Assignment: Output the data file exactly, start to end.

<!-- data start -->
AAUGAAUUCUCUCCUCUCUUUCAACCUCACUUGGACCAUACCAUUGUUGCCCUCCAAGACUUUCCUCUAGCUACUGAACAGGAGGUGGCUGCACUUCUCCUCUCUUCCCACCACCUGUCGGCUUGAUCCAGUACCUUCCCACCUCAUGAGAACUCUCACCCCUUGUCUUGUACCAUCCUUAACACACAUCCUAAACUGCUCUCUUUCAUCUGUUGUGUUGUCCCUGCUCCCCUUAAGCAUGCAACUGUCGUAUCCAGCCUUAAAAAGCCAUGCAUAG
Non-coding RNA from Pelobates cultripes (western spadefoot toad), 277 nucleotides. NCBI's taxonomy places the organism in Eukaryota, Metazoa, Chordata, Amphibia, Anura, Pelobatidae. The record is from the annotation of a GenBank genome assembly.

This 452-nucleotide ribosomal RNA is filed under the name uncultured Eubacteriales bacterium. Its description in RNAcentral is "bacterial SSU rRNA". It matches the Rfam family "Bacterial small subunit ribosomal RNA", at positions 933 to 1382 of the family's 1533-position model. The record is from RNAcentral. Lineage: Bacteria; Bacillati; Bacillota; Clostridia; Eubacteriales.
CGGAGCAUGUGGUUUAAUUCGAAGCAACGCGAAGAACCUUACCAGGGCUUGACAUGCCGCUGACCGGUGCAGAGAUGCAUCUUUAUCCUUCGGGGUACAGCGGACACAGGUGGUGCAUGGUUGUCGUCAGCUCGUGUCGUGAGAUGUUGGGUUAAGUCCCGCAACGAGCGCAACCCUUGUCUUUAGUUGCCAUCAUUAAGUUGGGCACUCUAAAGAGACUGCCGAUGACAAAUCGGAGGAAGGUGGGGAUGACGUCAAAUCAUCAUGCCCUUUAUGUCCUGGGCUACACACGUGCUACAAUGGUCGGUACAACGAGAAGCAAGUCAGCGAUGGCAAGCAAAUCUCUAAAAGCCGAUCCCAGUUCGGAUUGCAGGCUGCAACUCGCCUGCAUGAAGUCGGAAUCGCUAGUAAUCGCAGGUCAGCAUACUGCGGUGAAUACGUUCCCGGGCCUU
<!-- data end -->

AAUGAAUUCUCUCCUCUCUUUCAACCUCACUUGGACCAUACCAUUGUUGCCCUCCAAGACUUUCCUCUAGCUACUGAACAGGAGGUGGCUGCACUUCUCCUCUCUUCCCACCACCUGUCGGCUUGAUCCAGUACCUUCCCACCUCAUGAGAACUCUCACCCCUUGUCUUGUACCAUCCUUAACACACAUCCUAAACUGCUCUCUUUCAUCUGUUGUGUUGUCCCUGCUCCCCUUAAGCAUGCAACUGUCGUAUCCAGCCUUAAAAAGCCAUGCAUAG
Non-coding RNA from Pelobates cultripes (western spadefoot toad), 277 nucleotides. NCBI's taxonomy places the organism in Eukaryota, Metazoa, Chordata, Amphibia, Anura, Pelobatidae. The record is from the annotation of a GenBank genome assembly.

This 452-nucleotide ribosomal RNA is filed under the name uncultured Eubacteriales bacterium. Its description in RNAcentral is "bacterial SSU rRNA". It matches the Rfam family "Bacterial small subunit ribosomal RNA", at positions 933 to 1382 of the family's 1533-position model. The record is from RNAcentral. Lineage: Bacteria; Bacillati; Bacillota; Clostridia; Eubacteriales.
CGGAGCAUGUGGUUUAAUUCGAAGCAACGCGAAGAACCUUACCAGGGCUUGACAUGCCGCUGACCGGUGCAGAGAUGCAUCUUUAUCCUUCGGGGUACAGCGGACACAGGUGGUGCAUGGUUGUCGUCAGCUCGUGUCGUGAGAUGUUGGGUUAAGUCCCGCAACGAGCGCAACCCUUGUCUUUAGUUGCCAUCAUUAAGUUGGGCACUCUAAAGAGACUGCCGAUGACAAAUCGGAGGAAGGUGGGGAUGACGUCAAAUCAUCAUGCCCUUUAUGUCCUGGGCUACACACGUGCUACAAUGGUCGGUACAACGAGAAGCAAGUCAGCGAUGGCAAGCAAAUCUCUAAAAGCCGAUCCCAGUUCGGAUUGCAGGCUGCAACUCGCCUGCAUGAAGUCGGAAUCGCUAGUAAUCGCAGGUCAGCAUACUGCGGUGAAUACGUUCCCGGGCCUU